We cannot verify your location
Browse Book and Journal Content on Project MUSE


A Biography

Vladislav Khodasevich, Translated and with an introduction by Angela Brintlinger

Publication Year: 2007

Russian poet, soldier, and statesman Gavriil Derzhavin (1743–1816) lived during an epoch of momentous change in Russia—imperial expansion, peasant revolts, war with Turkey, and struggle with Napoleon—and he served three tsars, including Catherine the Great. Here in its first English translation is the masterful biography of Derzhavin by another acclaimed Russian man of letters, Vladislav Khodasevich.
            Derzhavin occupied a position at the center of Russian life, uniting civic service with poetic inspiration and creating an oeuvre that at its essence celebrated the triumphs of Russia and its rulers, particularly Catherine the Great. His biographer Khodasevich, by contrast, left Russia in 1922, unable to abide the increasingly repressive regime of the Soviets. For Khodasevich, whose lyric poems were as commonplace in their focus as Derzhavin’s odes were grand, this biography was in a sense a rediscovery of a lost and idyllic era, a period when it was possible to aspire to the pinnacles of artistic achievement while still occupying a central role in Russian society.
Khodasevich writes with humor, intelligence, and understanding, and his work stands as a monument to the last three centuries of Russian history, lending keen insight into Russia’s past as well as its present and future.

“Khodasevich’s light narrative touch (as translated by Brintlinger) lends a novelistic quality to the biography, making it a genuine tour de force. All students and scholars – of history, literature, poetry, biography – will find something of interest here.”—Choice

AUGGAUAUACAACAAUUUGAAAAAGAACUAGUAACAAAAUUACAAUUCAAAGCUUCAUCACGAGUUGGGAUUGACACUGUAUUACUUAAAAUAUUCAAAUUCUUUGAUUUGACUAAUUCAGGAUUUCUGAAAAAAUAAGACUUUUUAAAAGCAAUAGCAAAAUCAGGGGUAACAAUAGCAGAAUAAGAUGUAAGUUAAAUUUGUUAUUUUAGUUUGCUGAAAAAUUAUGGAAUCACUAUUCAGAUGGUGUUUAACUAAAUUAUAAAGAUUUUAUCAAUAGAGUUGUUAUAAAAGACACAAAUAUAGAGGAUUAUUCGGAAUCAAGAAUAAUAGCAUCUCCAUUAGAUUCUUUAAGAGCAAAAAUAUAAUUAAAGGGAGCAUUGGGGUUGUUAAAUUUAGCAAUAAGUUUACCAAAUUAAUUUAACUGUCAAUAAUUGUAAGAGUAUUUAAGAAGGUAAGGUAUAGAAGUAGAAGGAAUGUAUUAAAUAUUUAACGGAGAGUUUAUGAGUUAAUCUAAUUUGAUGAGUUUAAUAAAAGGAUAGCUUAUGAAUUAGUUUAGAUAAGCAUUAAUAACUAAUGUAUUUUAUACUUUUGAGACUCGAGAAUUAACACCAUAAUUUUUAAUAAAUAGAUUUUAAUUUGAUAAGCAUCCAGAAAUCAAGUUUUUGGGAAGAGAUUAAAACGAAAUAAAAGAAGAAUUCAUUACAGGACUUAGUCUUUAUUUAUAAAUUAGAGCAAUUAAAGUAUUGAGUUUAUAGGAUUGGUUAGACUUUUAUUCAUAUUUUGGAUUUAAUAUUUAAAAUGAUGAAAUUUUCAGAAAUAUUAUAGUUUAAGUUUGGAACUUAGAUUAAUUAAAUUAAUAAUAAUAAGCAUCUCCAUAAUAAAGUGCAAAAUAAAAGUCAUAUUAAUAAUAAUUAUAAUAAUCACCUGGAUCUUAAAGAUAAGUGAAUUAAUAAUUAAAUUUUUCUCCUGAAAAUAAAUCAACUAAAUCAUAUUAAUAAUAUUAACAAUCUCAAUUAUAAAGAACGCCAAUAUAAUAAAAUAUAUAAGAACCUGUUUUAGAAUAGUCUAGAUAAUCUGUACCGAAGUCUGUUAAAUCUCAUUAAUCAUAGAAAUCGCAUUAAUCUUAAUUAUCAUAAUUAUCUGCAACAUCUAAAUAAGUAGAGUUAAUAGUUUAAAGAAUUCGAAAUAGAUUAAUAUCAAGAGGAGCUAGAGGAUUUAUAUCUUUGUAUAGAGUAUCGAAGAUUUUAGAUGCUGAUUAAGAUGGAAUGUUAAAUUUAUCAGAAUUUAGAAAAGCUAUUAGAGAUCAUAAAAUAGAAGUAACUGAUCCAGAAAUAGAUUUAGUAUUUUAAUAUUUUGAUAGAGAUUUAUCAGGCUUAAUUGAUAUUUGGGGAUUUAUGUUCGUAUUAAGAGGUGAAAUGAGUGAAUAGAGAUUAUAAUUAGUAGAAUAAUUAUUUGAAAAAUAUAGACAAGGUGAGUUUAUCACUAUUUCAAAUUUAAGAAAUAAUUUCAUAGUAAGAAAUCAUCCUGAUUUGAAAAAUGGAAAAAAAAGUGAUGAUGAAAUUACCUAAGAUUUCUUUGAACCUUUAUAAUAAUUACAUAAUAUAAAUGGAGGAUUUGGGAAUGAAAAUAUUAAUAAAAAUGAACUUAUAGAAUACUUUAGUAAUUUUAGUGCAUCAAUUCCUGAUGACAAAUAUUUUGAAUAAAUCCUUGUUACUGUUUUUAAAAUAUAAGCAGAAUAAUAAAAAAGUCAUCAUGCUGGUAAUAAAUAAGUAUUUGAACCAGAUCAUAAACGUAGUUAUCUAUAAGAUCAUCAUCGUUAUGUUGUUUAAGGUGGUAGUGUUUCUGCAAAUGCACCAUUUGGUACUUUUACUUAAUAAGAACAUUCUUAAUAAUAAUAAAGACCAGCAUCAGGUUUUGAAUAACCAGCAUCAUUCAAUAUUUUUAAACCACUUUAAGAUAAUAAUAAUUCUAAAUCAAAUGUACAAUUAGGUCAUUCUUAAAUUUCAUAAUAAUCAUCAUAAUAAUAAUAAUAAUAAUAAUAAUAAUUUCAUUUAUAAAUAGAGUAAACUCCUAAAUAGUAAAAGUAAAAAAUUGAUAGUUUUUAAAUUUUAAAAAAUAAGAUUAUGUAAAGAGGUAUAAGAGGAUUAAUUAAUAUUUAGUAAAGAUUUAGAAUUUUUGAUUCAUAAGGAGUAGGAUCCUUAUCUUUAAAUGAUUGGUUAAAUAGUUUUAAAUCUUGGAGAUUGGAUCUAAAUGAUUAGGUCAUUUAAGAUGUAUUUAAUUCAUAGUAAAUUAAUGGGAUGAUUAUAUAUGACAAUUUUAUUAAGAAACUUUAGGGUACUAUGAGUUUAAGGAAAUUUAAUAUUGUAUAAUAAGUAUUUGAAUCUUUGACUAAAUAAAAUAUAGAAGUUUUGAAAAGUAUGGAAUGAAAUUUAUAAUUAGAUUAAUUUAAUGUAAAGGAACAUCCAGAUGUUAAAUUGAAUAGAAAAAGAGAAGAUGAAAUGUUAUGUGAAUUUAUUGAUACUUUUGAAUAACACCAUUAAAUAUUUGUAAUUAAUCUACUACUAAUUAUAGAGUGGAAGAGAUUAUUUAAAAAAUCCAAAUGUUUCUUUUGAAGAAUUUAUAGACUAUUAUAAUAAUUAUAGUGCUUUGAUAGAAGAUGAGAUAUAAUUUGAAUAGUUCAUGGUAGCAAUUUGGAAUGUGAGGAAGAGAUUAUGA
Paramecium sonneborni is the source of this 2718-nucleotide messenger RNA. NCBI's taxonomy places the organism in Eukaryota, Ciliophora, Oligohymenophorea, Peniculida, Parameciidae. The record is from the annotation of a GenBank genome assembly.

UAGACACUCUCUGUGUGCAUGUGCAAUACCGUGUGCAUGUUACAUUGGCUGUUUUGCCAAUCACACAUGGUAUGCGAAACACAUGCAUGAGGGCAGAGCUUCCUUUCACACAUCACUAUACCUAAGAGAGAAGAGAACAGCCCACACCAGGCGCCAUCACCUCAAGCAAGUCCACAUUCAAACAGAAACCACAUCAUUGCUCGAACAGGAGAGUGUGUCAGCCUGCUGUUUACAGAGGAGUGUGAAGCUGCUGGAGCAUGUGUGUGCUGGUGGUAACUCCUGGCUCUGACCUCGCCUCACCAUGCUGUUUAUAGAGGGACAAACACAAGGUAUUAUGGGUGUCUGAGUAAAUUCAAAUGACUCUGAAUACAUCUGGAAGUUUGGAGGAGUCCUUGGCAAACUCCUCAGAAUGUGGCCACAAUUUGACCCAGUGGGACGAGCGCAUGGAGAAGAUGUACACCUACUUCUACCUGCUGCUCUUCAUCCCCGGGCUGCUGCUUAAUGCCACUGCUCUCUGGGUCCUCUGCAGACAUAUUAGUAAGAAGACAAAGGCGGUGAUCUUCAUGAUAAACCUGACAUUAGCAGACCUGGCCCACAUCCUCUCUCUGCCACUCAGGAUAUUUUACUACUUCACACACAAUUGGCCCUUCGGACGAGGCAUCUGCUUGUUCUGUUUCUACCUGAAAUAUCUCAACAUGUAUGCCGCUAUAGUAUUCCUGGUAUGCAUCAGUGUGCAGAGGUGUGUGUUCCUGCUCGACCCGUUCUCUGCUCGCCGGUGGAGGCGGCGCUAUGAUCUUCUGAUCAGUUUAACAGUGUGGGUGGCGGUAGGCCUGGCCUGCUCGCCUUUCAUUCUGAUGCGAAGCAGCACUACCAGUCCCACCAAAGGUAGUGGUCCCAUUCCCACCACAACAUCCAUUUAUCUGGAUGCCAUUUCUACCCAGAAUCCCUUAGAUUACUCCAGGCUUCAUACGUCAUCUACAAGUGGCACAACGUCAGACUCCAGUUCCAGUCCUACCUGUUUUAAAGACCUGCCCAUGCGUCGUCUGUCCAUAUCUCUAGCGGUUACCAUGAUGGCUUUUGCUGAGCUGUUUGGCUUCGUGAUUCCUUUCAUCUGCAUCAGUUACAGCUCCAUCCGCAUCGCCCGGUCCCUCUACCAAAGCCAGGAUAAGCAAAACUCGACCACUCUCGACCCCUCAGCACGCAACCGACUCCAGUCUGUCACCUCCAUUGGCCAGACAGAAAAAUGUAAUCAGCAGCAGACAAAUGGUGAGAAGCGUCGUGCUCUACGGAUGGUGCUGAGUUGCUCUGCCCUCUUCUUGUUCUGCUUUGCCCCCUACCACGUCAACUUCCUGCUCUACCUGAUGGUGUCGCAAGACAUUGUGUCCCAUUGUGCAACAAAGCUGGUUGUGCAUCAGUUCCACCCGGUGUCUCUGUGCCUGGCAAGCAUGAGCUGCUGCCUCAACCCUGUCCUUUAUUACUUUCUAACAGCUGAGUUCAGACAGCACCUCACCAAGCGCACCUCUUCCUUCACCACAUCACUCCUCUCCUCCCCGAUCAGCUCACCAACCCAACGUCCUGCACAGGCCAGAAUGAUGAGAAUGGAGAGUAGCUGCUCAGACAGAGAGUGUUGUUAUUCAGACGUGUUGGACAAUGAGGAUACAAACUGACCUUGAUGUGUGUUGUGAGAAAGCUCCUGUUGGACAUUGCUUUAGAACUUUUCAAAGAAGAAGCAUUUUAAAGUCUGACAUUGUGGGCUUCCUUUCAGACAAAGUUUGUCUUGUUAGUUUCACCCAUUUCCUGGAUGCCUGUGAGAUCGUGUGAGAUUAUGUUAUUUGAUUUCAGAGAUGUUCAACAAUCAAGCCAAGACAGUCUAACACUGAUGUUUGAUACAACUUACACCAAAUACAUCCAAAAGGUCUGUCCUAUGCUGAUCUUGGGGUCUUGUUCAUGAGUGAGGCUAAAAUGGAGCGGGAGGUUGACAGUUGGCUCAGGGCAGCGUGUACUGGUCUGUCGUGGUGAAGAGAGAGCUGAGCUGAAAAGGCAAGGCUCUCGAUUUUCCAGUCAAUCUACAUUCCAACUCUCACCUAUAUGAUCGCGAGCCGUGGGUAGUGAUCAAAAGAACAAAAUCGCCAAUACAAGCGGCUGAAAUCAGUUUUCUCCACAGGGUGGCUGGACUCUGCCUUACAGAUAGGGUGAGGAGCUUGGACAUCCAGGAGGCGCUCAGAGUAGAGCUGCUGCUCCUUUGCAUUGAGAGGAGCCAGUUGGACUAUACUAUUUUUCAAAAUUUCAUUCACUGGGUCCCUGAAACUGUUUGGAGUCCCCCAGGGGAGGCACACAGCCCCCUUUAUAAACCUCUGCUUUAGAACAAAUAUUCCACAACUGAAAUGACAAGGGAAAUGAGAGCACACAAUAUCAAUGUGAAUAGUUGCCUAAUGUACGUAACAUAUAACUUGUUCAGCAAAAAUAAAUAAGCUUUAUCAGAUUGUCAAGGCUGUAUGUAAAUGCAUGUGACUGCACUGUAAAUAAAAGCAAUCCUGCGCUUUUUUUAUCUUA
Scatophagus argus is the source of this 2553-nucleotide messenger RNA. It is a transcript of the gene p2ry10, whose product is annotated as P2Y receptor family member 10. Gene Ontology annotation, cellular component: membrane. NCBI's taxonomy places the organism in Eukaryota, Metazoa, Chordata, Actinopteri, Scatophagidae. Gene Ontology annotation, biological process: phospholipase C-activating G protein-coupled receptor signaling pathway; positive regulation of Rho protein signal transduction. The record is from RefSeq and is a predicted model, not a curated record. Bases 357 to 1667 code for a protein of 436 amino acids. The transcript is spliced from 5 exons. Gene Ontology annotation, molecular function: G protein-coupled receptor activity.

Published by: University of Wisconsin Press


pdf iconDownload PDF (30.0 KB)
pp. vii


pdf iconDownload PDF (29.9 KB)
pp. ix-x

read more


pdf iconDownload PDF (33.1 KB)
pp. xi-xii

I have now lived with Khodasevich and Derzhavin for over a decade and remain filled with admiration for both men.The opportunity to see this biography published in English provides more than just...

read more

Note on the Translation

pdf iconDownload PDF (30.2 KB)
pp. xiii-xiv

Throughout this translation I have striven to render Khodasevich’s prose in a readable yet faithful English version of the Russian.This effort has occasionally involved smoothing out syntax and shortening sentences. Russian writers generally— and Khodasevich in particular—are fond of long, complex sentences, sometimes strung together with...

read more

Translator’s Introduction

pdf iconDownload PDF (93.9 KB)
pp. xv-xvi

Here, in his quintessential modernist novel of 1925, F. Scott Fitzgerald presented his readers with the modernist dilemma: the exhilaration of modern life— in the form of automobiles, advertising, skyscrapers, subways,...

a chronology:Life of Gavrila Derzhavin

pdf iconDownload PDF (30.6 KB)
pp. xxvii-xxviii

Derzhavin:A Biography

pdf iconDownload PDF (19.1 KB)
pp. 1

read more

Author’s Preface

pdf iconDownload PDF (30.3 KB)
pp. 3-4

Since the time that Yakov Grot published the results of his colossal research fifty years ago, virtually no new evidence about the life of Derzhavin has appeared. The author of the work before you has not set himself the unrealizable task of revealing new, previously unpublished...

read more

Chapter 1

pdf iconDownload PDF (57.0 KB)
pp. 5-10